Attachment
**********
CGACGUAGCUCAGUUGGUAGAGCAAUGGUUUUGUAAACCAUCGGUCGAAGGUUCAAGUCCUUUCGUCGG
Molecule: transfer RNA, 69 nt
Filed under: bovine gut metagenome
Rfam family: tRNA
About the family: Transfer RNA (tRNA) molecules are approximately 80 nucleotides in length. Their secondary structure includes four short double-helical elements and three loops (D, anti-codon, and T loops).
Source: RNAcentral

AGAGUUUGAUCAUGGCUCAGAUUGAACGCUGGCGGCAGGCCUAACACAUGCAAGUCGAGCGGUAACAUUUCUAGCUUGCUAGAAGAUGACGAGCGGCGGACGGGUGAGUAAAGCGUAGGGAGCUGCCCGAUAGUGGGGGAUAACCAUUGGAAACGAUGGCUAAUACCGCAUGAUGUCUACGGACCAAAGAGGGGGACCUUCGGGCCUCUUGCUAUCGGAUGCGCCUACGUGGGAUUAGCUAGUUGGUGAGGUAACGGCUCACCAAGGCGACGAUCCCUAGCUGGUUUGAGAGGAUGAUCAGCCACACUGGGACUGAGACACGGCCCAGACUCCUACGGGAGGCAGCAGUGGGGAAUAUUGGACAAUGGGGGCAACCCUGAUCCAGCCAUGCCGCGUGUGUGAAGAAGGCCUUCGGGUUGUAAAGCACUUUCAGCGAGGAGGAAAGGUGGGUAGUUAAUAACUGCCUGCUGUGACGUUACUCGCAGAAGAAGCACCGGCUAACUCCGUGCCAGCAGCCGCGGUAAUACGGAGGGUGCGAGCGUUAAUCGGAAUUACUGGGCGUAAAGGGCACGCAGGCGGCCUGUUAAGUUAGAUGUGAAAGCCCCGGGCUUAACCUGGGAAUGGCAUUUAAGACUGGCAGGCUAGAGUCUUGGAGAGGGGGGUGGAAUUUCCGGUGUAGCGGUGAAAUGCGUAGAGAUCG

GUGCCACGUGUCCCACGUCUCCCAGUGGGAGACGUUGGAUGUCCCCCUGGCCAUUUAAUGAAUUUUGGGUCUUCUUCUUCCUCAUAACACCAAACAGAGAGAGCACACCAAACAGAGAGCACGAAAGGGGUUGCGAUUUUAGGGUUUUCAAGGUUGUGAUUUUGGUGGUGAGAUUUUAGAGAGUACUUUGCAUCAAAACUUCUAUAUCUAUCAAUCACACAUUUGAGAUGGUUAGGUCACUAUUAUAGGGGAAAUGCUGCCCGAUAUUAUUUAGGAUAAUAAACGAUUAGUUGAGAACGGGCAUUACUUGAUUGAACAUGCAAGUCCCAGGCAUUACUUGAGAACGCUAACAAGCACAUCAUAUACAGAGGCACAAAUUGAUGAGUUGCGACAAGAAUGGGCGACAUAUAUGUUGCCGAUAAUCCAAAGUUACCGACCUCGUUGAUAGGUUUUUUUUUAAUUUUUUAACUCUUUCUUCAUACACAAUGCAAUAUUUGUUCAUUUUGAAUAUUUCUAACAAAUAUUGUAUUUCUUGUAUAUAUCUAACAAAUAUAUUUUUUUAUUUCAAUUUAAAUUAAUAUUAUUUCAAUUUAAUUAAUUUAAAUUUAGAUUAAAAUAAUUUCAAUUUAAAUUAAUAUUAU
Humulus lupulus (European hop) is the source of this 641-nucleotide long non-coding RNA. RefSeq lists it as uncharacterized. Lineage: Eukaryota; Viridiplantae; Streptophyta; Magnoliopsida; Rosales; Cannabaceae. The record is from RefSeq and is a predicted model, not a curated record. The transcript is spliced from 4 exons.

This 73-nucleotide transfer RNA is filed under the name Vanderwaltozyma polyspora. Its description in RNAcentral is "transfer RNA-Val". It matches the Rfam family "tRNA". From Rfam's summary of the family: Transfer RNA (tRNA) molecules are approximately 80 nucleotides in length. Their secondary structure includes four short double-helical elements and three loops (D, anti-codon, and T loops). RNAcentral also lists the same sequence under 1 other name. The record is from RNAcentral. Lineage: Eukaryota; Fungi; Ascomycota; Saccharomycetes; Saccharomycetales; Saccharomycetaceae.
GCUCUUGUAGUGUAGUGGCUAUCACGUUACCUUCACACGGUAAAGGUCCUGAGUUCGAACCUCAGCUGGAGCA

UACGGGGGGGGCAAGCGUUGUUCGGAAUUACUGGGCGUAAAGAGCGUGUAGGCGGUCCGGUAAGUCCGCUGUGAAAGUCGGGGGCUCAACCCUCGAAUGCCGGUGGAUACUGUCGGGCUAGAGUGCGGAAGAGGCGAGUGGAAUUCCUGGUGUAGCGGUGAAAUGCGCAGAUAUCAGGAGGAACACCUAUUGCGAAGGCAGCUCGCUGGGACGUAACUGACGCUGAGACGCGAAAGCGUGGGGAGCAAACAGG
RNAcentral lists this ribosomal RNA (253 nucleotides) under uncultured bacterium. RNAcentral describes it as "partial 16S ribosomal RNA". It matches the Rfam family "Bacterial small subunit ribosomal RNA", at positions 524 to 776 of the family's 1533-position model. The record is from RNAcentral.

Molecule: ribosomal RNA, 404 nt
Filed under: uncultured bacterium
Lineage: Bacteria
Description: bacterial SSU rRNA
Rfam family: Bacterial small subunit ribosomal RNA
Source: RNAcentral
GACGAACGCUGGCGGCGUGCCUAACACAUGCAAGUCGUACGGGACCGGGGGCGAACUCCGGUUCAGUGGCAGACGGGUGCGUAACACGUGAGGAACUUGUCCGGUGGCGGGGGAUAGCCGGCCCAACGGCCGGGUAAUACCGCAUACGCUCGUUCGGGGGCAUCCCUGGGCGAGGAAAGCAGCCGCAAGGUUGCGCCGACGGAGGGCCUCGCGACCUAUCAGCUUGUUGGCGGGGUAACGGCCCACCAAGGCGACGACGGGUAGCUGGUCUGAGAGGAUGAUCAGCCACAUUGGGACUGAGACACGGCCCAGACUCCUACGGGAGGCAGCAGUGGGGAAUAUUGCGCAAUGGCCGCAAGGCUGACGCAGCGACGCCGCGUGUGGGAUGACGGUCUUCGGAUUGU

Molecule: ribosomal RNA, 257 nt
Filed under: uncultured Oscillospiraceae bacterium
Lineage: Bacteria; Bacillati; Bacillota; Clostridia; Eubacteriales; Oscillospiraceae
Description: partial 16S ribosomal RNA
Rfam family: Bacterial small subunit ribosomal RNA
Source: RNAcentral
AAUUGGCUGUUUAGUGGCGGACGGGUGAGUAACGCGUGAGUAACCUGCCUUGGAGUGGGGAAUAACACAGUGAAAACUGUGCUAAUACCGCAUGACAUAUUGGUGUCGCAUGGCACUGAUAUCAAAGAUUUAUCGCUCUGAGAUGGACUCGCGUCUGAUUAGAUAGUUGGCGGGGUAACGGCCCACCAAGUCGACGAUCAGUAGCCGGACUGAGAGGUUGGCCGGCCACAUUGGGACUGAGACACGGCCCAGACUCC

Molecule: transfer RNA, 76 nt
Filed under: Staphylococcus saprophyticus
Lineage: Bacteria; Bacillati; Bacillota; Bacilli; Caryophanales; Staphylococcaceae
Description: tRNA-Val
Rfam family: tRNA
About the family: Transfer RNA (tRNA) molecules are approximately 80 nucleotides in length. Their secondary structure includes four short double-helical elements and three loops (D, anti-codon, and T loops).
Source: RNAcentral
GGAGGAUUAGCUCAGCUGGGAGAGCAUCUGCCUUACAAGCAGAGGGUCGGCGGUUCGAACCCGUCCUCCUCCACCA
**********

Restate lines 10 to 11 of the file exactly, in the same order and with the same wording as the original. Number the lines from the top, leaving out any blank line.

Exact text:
This 73-nucleotide transfer RNA is filed under the name Vanderwaltozyma polyspora. Its description in RNAcentral is "transfer RNA-Val". It matches the Rfam family "tRNA". From Rfam's summary of the family: Transfer RNA (tRNA) molecules are approximately 80 nucleotides in length. Their secondary structure includes four short double-helical elements and three loops (D, anti-codon, and T loops). RNAcentral also lists the same sequence under 1 other name. The record is from RNAcentral. Lineage: Eukaryota; Fungi; Ascomycota; Saccharomycetes; Saccharomycetales; Saccharomycetaceae.
GCUCUUGUAGUGUAGUGGCUAUCACGUUACCUUCACACGGUAAAGGUCCUGAGUUCGAACCUCAGCUGGAGCA